Spirit Airlines, (NASDAQ:SAVE) was the best-performing stock in a sector that zoomed higher during 2013. Through the first three quarters of 2013, Spirit grew earnings per share, or EPS, by a whopping 50% due to strong revenue growth and margin expansion. This, along with increasing investor optimism about its growth plans, helped Spirit Airlines stock soar more than 150% last year!

SAVE Chart

Spirit Airlines 2013 Stock Performance, data by YCharts

Despite some hiccups near the end of 2013, Spirit came into the new year with plenty of momentum. Based on an investor update that the company provided last week, Spirit Airlines investors can probably look forward to another strong performance in 2014.

Earnings estimates rising again
Back in October, Spirit Airlines management surprised investors by forecasting a significant jump in unit costs for Q4. One of Spirit's planes had an uncontained engine failure in mid-October, and the company budgeted $10 million in expenses related to that incident, mostly for aircraft repairs.


Spirit Airlines faced some one-time costs last quarter, due to an October engine failure

At the time, Spirit projected that these unforeseen expenses would drive a 4%-5% increase in adjusted CASM (a measure of unit costs) for Q4, well above the company's plan for declining unit costs. Based on this guidance, analysts cut their earnings estimates to reflect a year-over-year decline in Q4 profit, excluding the one-time effect of Hurricane Sandy from 2012.

Spirit's new investor update from last week paints a much nicer picture. The company reduced its estimate of the engine failure costs to $8 million. Moreover, Spirit Airlines found cost savings elsewhere, and it now projects Q4 adjusted CASM excluding fuel at $0.0598-$0.0603. In other words, adjusted non-fuel unit costs will rise just about 1% compared to last year's figure of $0.0593. That's about three percentage points lower than Spirit's original CASM ex-fuel estimate for Q4.

This result is extremely impressive considering the headwind caused by one-time costs related to the October engine failure. Combine that with a solid 3% increase in RASM (unit revenue), and Spirit should be able to manage some earnings growth this quarter after all!

Growth a little sooner
Spirit Airlines, shareholders also got good news on another front. While Spirit has been growing quickly and plans to continue growing over time, the company's 2014 fleet plan previously entailed a slowdown in growth. In fact, after taking nine new aircraft in 2013, Spirit had expected to receive only seven aircraft in 2014, before accelerating growth in 2015 with 18 deliveries.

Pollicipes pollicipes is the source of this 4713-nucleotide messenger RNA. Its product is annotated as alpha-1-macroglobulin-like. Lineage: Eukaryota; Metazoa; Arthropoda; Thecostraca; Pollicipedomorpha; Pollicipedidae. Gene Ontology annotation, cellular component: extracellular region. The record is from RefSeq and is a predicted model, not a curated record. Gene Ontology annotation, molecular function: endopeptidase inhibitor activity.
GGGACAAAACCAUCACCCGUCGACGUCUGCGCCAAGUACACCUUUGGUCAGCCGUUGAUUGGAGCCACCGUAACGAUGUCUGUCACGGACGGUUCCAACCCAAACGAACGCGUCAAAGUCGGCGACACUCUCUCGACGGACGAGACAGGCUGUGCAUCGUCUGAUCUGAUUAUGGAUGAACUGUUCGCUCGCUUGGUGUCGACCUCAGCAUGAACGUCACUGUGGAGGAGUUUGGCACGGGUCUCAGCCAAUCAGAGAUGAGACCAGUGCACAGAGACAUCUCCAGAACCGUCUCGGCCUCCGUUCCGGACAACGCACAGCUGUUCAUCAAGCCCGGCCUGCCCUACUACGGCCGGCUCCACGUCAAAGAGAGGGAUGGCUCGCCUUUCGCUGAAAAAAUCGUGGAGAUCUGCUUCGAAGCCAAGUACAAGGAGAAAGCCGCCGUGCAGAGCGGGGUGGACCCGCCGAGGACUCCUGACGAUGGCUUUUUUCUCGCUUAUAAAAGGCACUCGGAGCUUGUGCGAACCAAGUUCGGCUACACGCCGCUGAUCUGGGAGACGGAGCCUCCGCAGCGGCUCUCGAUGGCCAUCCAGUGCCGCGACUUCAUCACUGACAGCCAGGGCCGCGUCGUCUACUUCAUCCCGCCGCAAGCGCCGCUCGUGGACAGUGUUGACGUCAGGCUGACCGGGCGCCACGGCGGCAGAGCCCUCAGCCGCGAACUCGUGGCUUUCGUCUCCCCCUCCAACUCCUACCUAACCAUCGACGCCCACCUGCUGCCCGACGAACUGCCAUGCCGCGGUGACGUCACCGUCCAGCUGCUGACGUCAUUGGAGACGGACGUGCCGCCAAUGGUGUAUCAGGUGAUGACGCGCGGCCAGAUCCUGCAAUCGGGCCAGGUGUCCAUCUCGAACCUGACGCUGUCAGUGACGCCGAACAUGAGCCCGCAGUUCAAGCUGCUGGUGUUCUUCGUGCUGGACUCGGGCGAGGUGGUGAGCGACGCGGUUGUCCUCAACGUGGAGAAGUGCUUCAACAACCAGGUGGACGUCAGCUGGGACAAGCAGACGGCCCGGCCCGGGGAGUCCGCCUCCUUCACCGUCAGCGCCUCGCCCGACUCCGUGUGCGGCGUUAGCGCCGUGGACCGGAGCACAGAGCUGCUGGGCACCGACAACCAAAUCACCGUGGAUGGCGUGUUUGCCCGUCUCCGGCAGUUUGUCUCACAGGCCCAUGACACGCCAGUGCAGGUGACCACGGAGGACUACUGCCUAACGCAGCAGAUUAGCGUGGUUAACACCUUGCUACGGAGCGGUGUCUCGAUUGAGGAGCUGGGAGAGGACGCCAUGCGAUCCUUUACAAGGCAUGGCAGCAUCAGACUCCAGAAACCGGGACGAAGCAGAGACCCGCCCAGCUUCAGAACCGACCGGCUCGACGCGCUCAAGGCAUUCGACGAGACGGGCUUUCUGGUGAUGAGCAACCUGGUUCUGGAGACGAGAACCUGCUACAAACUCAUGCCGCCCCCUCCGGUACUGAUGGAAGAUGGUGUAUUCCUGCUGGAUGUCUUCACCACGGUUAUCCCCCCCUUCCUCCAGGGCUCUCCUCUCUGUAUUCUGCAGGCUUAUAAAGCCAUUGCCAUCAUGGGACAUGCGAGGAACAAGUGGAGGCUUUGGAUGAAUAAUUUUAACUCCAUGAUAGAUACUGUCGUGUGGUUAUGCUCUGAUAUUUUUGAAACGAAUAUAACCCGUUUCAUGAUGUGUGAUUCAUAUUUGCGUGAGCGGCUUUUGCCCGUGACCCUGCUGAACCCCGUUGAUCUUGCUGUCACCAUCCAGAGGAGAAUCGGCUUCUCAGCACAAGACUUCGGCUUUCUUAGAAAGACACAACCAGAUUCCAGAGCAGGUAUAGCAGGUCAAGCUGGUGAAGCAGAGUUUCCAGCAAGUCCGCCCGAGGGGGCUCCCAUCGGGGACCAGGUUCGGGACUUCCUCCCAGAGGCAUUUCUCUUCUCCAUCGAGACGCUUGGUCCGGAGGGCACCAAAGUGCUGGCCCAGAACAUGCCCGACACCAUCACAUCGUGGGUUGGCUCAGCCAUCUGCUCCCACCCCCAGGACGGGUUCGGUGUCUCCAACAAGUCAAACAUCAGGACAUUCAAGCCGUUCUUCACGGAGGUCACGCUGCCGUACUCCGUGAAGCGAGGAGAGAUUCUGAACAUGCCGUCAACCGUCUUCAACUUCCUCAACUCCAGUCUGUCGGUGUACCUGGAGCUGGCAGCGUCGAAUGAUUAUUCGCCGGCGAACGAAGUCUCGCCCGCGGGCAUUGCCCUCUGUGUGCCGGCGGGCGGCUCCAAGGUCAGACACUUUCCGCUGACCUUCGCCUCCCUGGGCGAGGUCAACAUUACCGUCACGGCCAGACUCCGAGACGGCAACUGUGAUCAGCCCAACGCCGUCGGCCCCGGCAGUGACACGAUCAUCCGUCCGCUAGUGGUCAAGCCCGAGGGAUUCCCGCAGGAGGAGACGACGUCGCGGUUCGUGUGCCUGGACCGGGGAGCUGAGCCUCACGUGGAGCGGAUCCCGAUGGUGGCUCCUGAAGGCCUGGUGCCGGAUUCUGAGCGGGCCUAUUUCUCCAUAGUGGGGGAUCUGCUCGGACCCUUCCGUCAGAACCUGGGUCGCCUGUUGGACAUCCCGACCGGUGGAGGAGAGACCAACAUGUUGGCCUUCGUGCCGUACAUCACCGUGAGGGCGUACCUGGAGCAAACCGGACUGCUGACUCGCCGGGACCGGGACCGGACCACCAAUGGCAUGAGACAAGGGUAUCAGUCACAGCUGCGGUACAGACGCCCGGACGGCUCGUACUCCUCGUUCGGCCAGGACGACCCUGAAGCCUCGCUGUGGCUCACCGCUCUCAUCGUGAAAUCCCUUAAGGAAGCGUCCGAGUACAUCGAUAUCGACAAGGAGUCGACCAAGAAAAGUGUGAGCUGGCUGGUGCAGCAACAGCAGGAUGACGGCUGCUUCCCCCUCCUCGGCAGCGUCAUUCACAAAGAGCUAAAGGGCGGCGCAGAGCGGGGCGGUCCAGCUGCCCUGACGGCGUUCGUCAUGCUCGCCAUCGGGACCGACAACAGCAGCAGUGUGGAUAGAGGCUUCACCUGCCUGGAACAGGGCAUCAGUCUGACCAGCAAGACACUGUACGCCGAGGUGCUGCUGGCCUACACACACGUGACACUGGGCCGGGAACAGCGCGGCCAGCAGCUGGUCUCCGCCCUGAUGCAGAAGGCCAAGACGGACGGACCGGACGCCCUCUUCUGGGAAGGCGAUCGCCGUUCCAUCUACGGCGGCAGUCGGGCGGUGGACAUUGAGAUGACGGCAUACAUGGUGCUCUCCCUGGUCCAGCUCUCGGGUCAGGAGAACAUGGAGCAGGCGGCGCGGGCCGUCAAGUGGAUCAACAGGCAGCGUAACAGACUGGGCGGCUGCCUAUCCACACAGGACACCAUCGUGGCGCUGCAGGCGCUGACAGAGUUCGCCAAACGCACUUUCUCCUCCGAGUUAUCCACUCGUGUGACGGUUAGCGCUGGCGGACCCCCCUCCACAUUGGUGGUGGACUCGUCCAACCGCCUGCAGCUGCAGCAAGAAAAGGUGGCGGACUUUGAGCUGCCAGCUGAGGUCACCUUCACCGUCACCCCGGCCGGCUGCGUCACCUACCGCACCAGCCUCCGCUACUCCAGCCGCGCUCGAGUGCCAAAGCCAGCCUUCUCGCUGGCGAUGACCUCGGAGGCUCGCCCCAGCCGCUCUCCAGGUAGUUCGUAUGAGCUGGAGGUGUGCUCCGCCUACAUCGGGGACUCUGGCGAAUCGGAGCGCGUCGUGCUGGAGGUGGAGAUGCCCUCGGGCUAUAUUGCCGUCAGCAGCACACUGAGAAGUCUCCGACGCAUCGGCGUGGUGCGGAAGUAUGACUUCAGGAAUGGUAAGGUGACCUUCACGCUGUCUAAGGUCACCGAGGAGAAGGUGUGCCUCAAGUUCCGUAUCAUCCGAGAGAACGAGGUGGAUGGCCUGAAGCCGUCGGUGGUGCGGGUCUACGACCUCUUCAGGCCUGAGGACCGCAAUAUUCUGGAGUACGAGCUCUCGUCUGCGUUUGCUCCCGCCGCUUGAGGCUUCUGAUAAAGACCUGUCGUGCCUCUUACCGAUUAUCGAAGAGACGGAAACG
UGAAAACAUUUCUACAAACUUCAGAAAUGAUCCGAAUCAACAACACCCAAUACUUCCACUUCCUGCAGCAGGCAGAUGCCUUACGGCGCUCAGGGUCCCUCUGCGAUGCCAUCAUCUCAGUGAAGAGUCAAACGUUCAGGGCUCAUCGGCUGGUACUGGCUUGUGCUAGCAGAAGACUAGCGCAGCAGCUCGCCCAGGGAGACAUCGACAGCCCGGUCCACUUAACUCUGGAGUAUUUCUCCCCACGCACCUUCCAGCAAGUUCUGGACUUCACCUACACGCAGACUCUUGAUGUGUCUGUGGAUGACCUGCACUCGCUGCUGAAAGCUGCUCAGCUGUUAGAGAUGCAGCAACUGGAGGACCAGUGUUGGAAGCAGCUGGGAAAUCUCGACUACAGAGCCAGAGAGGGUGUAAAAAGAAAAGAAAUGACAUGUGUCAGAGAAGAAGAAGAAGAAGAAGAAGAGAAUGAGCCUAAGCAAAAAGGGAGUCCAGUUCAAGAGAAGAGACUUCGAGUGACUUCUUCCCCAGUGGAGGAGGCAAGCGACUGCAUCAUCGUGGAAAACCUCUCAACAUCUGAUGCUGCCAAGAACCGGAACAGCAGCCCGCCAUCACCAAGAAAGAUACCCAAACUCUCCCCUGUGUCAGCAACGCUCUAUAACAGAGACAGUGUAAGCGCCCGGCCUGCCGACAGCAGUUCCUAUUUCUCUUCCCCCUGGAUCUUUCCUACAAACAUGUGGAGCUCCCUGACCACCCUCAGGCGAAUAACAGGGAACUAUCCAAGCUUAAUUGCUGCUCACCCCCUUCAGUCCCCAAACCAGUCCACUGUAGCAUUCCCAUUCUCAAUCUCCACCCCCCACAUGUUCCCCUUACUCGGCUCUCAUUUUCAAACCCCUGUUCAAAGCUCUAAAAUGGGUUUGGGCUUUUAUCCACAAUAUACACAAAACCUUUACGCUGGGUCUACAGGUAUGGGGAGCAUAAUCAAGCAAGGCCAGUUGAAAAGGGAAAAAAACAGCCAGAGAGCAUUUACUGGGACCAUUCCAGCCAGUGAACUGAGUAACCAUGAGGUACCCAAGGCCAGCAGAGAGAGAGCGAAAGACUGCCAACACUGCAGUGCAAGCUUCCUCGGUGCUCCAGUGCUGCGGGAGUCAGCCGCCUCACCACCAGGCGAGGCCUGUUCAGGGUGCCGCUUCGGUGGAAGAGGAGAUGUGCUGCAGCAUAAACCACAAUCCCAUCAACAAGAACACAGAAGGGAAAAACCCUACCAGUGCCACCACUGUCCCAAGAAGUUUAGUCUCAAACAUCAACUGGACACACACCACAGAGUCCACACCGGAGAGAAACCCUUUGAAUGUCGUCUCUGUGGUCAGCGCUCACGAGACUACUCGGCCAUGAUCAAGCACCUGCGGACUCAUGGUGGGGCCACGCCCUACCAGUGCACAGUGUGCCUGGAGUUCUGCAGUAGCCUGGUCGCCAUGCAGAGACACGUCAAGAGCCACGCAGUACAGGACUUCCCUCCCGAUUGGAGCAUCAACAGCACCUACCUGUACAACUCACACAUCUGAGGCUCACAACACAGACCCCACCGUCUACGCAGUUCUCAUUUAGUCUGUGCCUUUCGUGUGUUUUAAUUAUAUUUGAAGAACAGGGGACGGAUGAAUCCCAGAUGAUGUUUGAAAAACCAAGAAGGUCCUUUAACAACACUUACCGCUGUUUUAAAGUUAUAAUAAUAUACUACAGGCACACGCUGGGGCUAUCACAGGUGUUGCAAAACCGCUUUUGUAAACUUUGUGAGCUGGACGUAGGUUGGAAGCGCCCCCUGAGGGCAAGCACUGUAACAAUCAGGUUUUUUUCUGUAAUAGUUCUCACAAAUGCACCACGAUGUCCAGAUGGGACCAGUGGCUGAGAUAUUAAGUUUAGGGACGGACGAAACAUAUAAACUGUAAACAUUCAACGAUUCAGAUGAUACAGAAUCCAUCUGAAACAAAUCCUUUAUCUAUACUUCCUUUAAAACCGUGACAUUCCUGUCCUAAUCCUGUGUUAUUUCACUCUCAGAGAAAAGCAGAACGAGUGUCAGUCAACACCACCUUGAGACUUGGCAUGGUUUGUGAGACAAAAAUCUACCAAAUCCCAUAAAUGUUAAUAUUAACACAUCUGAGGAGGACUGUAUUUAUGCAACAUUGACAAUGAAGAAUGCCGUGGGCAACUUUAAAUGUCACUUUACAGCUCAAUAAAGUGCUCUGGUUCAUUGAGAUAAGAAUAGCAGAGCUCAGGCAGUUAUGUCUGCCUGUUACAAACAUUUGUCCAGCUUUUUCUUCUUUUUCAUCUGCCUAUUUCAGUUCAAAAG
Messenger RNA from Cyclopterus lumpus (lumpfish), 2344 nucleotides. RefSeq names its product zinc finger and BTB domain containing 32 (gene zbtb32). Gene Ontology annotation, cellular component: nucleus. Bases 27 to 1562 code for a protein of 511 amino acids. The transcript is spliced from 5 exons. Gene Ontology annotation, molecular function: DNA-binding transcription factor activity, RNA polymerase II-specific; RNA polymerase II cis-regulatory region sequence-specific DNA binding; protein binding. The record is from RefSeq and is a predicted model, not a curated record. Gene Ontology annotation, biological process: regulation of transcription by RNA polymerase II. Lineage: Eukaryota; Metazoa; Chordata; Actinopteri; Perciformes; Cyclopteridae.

However, last week Spirit revealed that it had been able to rework its delivery schedule with Airbus. Now the company plans to add 11 Airbus A320s this year, seven of which will arrive in the fourth quarter. There will still be a slowdown in growth, but it will be much less pronounced. Capacity is now expected to rise 17% in 2014, compared to a previous estimate of 15%.

For Spirit investors, it's great to see that the company is anxious to get additional planes sooner rather than later. While most of the 2014 deliveries are happening in Q4, this growth will still allow a significant bump in capacity during the busy Thanksgiving and Christmas travel seasons. Additionally, smoothing the growth rate will mitigate the operational risks and costs of adding lots of new routes at once.

Foolish conclusion
Spirit Airlines investors had a great year in 2013, and they've gotten off to a very nice start in 2014. The company has already demonstrated this year that its drive to reduce unit costs is still going strong, and that its explosive growth will continue in 2014. As the Spirit Airlines growth story plays out in the coming months and years, investors will continue to be rewarded nicely.

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Fool contributor Adam Levine-Weinberg has no position in any stocks mentioned. The Motley Fool has no position in any of the stocks mentioned. Try any of our Foolish newsletter services free for 30 days. We Fools may not all hold the same opinions, but we all believe that considering a diverse range of insights makes us better investors. The Motley Fool has a disclosure policy.